The police are effectively acting colluding in violence
By the use of “kettling” the police are ensuring that the violent elements amongst demonstrators can best attain their ends. Groups such as Class War use the following technique to maximise violence. They put members willing to start the rough stuff at the front of a demonstration to act as a vanguard. Other members are dotted about in the crowd to both give the impression the demo is generally set for violence and to incite others around them by example. At the back of the demo is another wad of members to act as a rearguard to stop the demonstrators retreating. That is the ideal. If there are not enough to people to meet the ideal most or even all will be put in the vanguard.
“Kettling” does much of the violent elements work for them. It traps people in a restricted area so that the violent elements can forget about providing a rearguard because no one can leave the demo. Those in the crowd not naturally inclined to violence will become more so as their anger at being trapped rises and conditions more fraught. When violence does take place in a confined and crowded space, it is difficult for anyone not to become involved simply in self-defence . Because no one can leave the area, the premise on which English law’s self-defence is based – reasonable force including the need to retreat at the first opportunity from the violence or threat of it – is removed.
The police must know all this. That being so, their continued use of “kettling” begins to look like a deliberate attempt to provoke violence. That in turn makes them look like agents of the state, a fact recognised by Sir Hugh Orde, president of the Association of Chief Police Officers and erstwhile Chief Constable of the Police Service of Northern Ireland (PSNI).
“Asked if there was a danger to the police’s reputation by repeated clashes at demonstrations, Orde told the Guardian: “Yes, if it is allowed to be played as the cops acting as an arm of the state, delivering the elected government’s will, rather than protecting the rights of the citizen.
“We need to be clear we are doing it as operationally independent, and not subject to influence by anyone as to how we do it.” http://www.guardian.co.uk/uk/2010/dec/10/police-tuition-fees-protests-orde guardian.co.uk, Friday 10 December 2010 20.58 GMT
The implication of what is happening because of police tactics is that any large-scale demonstration can be manipulated by the police to produce a violent response whilst at the same time allowing the violence to be contained within an area chosen by the police. It is like a stage play being mounted with the police as the director. As violence does not play well with the general public , any serious attempt to protest can be discredited if the police choose to act in this way.
The other effect of “kettling” is that groups who wish to join a demonstration cannot do so. This can in itself result in violence, or as an excuse for violence, as was seen on Thursday 9 December when demonstrators intent on going to Parliament Square filtered out instead to the Trafalgar Square/Regents Street area when they could not gain access to Parliament Square, an episode which eventually resulted in an assault on a car carrying Prince Charles and his wife.
There is also the question of the civil liberty not only to demonstrate but to move freely about. Many people get caught up in demonstrations without meaning to as they go about their private business. Many more find that they cannot go to areas they want because “kettling” has occurred. Nor is it acceptable that demonstrators who wish to leave a demonstration cannot do so. Whether what the police are doing is illegal after the raft of authoritarian laws passed by the Blair and Brown governments is debatable. What is not debatable is the need for people in a free society to be able to move about freely.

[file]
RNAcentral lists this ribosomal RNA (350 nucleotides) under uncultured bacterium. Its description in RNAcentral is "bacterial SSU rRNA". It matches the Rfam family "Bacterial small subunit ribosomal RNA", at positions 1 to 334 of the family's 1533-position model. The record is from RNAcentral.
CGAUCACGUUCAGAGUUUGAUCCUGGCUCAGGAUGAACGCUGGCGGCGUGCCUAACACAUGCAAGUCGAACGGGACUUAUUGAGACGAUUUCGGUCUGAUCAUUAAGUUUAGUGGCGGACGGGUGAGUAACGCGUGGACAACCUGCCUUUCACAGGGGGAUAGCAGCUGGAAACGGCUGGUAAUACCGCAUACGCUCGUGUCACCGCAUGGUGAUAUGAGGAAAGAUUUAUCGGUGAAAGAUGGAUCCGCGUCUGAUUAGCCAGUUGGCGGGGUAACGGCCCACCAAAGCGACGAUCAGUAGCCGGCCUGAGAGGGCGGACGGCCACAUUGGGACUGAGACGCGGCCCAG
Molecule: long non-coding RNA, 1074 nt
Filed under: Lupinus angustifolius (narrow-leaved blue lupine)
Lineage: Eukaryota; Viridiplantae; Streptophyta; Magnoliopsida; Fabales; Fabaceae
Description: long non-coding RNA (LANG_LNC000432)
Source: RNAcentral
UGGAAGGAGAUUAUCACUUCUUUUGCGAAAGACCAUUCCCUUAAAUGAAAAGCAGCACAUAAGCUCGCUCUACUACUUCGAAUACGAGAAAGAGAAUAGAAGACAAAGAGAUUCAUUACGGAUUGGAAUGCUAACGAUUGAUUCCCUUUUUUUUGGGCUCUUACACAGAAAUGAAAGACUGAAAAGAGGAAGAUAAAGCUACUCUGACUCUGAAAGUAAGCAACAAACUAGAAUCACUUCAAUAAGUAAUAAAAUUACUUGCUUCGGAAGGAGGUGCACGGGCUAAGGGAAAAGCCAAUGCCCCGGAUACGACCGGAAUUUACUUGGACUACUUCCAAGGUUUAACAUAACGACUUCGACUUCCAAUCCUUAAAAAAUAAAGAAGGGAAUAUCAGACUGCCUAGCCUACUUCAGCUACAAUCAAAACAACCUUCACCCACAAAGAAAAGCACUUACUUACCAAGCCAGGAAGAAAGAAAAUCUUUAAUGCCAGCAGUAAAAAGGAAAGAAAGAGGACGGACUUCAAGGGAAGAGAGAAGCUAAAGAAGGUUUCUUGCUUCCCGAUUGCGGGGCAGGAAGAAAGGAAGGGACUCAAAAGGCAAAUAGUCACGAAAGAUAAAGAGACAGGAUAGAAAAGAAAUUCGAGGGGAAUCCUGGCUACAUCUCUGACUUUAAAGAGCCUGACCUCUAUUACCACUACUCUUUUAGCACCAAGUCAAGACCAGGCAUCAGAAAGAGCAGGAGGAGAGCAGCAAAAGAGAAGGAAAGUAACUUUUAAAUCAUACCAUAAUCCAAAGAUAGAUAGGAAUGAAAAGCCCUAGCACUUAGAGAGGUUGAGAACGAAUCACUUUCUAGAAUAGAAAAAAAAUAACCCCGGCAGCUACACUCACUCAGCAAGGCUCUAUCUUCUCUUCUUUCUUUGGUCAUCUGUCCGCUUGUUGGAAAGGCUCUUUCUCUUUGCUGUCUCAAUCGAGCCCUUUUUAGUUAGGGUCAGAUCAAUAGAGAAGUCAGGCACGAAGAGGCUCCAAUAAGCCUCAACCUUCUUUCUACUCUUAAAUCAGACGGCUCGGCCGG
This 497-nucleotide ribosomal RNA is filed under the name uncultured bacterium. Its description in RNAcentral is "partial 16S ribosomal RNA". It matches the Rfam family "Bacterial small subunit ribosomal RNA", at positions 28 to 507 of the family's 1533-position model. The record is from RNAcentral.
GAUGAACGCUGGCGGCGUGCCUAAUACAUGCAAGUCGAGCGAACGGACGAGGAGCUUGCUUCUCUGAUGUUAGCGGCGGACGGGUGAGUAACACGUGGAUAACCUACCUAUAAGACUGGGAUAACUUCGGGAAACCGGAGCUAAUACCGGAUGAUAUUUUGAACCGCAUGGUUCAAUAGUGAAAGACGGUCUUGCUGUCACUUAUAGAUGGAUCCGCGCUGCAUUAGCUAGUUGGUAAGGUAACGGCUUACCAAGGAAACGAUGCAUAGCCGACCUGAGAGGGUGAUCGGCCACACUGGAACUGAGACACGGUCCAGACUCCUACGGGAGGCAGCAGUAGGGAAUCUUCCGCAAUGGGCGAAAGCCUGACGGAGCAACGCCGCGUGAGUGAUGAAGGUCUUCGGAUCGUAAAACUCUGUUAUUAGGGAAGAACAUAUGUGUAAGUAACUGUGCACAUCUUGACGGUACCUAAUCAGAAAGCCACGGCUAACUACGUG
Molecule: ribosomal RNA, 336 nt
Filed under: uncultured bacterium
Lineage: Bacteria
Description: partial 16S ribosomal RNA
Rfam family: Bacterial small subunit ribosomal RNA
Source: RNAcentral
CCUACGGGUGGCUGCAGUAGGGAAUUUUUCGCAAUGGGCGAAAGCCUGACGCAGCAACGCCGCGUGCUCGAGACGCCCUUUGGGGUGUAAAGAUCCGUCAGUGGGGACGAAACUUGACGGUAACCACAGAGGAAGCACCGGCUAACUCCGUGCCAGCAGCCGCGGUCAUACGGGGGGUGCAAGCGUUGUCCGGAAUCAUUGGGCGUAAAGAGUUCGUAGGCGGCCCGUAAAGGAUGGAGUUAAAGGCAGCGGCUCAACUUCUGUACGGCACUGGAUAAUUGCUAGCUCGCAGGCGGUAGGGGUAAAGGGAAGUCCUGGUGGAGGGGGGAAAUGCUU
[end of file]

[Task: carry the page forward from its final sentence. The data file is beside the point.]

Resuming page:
The behaviour of individual policemen at demonstrations is also increasingly dubious. I think back to the Countryside March which saw considerable violence by the police against marchers who were about as law abiding a group as you could find. To see officers dressed in riot gear, frequently more than one at a time, savagely beating an unarmed protestor is not a pretty sight, and all too often seems to be action not to prevent disorder but to sate the anger and desire for violence within the officer himself. Those who think that the police cannot be willingly confrontational should think back to the miners strike in the 1980s when serried ranks of riot police banged their riot sticks in unison on their shields and taunted the miners. Violence and aggression by police officers allied to “kettling” will dissuade many from going on demonstrations simply from fear of what might happen. That is not healthy in a supposed democracy.
We are approaching a crunch point. If this type of policing goes on, large scale demonstrations will become increasingly difficult to mount both from the point of view of public order and as meaningful vehicles to change public opinion. The danger is that large-scale demonstrations in Britain will go be default from being part of the democratic process.
Those who decry violence at demonstrations should reflect upon the words of the historian Lewis Namier who described the government of 18th Century England as “Aristocracy tempered by rioting”. There is something of that in every country and time and a great deal of it in modern Britain where the social elite have re-established a very firm hold on politics . In England for more than a century mass violence has been rare. If it is becoming common now it says much about the state our politicians have reduced the country to. People are becoming desperate. That is the message the likes of Cameron and Clegg should take from what is happening.